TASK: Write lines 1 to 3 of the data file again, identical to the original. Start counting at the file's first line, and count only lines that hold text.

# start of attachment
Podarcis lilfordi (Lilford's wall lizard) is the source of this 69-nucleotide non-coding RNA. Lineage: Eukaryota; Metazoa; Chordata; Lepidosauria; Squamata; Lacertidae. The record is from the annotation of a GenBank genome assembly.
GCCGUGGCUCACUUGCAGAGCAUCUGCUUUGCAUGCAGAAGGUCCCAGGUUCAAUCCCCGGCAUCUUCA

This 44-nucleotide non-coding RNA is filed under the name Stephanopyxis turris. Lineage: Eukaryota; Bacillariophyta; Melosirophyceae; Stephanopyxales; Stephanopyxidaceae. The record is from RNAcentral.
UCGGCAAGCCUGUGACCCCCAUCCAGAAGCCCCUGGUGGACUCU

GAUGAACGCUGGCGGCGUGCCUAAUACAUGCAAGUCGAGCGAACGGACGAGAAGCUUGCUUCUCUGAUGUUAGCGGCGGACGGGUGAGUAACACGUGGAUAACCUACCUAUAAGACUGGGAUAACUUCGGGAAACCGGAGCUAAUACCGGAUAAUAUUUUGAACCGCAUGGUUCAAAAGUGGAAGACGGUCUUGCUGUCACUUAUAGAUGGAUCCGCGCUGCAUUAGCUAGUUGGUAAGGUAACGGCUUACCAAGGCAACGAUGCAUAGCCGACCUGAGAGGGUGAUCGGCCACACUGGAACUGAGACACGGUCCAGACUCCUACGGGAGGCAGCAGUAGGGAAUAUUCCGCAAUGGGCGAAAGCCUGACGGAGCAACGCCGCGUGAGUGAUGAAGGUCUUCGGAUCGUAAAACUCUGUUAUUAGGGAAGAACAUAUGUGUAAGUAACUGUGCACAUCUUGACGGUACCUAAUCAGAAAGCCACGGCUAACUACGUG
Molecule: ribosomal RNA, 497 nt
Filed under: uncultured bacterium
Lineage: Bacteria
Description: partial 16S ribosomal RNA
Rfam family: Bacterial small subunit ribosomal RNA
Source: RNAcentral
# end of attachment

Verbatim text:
Podarcis lilfordi (Lilford's wall lizard) is the source of this 69-nucleotide non-coding RNA. Lineage: Eukaryota; Metazoa; Chordata; Lepidosauria; Squamata; Lacertidae. The record is from the annotation of a GenBank genome assembly.
GCCGUGGCUCACUUGCAGAGCAUCUGCUUUGCAUGCAGAAGGUCCCAGGUUCAAUCCCCGGCAUCUUCA

This 44-nucleotide non-coding RNA is filed under the name Stephanopyxis turris. Lineage: Eukaryota; Bacillariophyta; Melosirophyceae; Stephanopyxales; Stephanopyxidaceae. The record is from RNAcentral.